From Munich to Kyiv

BRATISLAVA/PRAGUE – In 1938, when British Prime Minister Neville Chamberlain returned from Munich proclaiming “peace in our time," Winston Churchill famously denounced the decision Britain and France had just made. “You were given the choice between war and dishonor," he said. “You chose dishonor and you will have war."

Sadly, British Prime Minister David Cameron, French President François Hollande, German Chancellor Angela Merkel, and US President Barack Obama, facing a similar choice in Ukraine, have chosen dishonor as well. But now it is Ukraine that is getting the war, while Europe stands aside, even as its security is undermined and its values mocked.

More than one hundred prominent Czech and Slovak public intellectuals have written an open letter to Europe's key leaders, admonishing them to get off their chosen path of appeasement. As citizens of the successor states to Czechoslovakia, the country that received its death sentence at the Munich conference, we feel a particular responsibility to speak out.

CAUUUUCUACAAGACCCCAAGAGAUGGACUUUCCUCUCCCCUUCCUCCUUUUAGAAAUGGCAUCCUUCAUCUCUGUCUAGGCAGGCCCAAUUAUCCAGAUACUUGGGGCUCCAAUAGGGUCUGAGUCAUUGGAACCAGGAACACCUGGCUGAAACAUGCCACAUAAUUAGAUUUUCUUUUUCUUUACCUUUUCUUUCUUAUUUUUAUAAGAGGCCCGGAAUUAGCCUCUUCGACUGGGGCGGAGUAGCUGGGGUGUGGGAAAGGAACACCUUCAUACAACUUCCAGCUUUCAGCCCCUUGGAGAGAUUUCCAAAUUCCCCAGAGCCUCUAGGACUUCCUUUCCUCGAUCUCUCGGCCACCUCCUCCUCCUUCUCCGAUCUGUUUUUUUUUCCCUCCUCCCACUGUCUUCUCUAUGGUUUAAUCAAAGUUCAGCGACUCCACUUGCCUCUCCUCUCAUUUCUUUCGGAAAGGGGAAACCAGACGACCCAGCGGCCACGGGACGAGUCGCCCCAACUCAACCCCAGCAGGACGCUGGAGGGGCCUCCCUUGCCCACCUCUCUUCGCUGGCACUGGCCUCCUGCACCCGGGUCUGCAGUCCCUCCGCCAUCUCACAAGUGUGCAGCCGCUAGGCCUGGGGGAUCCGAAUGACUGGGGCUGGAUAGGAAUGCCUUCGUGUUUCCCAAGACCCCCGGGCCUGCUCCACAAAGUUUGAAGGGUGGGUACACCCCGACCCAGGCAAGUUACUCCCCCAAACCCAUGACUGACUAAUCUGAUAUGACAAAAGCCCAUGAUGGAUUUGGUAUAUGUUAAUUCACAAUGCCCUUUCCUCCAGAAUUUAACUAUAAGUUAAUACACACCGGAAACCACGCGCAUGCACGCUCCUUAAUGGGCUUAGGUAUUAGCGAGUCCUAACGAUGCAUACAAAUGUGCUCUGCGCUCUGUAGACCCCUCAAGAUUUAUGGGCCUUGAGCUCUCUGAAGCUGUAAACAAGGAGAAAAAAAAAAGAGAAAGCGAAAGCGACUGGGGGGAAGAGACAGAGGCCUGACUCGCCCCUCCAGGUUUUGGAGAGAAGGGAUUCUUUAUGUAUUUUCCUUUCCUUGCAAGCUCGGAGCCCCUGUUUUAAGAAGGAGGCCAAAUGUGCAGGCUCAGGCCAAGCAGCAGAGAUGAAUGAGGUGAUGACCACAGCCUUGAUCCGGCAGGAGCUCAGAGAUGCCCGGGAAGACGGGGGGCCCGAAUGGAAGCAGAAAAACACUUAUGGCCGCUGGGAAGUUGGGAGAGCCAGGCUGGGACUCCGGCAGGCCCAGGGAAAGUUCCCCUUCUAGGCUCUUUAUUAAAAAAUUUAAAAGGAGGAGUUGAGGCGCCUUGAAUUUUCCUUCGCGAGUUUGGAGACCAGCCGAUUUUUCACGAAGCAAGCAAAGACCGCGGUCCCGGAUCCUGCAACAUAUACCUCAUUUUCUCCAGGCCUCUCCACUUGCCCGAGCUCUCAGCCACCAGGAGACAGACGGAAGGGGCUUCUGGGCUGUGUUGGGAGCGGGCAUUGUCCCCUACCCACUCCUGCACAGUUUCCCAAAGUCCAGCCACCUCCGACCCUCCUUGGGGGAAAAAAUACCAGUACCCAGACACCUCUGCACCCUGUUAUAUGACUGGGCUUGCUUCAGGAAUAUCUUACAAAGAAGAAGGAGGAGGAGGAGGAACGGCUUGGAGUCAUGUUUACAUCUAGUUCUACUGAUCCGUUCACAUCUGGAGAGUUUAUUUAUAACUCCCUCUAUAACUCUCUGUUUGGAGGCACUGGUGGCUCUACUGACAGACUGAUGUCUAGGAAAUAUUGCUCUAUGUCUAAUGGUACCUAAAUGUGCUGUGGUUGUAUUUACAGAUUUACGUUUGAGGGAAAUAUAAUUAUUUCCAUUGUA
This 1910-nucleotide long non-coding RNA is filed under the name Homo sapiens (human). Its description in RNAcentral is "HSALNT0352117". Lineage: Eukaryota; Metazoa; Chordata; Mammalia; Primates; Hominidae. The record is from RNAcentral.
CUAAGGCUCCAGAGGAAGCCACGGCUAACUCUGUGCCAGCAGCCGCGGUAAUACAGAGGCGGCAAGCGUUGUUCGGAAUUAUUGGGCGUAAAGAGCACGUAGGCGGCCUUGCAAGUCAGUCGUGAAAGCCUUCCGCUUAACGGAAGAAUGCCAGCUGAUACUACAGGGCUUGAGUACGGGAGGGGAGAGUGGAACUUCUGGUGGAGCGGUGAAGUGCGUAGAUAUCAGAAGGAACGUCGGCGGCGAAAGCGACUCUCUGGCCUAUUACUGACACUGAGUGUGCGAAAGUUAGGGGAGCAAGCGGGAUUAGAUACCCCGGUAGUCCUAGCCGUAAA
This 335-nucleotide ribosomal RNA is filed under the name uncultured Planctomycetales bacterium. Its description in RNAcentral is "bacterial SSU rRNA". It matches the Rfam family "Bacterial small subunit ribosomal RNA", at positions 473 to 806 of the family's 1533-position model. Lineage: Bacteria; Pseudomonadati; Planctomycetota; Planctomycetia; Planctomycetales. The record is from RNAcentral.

It has been a year since Ukraine's citizens sent a corrupt regime packing, with many perishing under their national flag and the flag of the European Union, to open a path toward dignity and freedom for their country. It has also been a year since the Russian army occupied Crimea, violating the principle of the sanctity of borders upon which peace in Europe has stood since World War II. Today, the bloody footprints of Russian agents and soldiers are as evident in Ukraine as the poisonous traces of polonium were in the streets of London following the murder of the Russian dissident Alexander Litvinenko in 2006. The order for that murder, as an inquest in London is now hearing, can be traced to the Kremlin.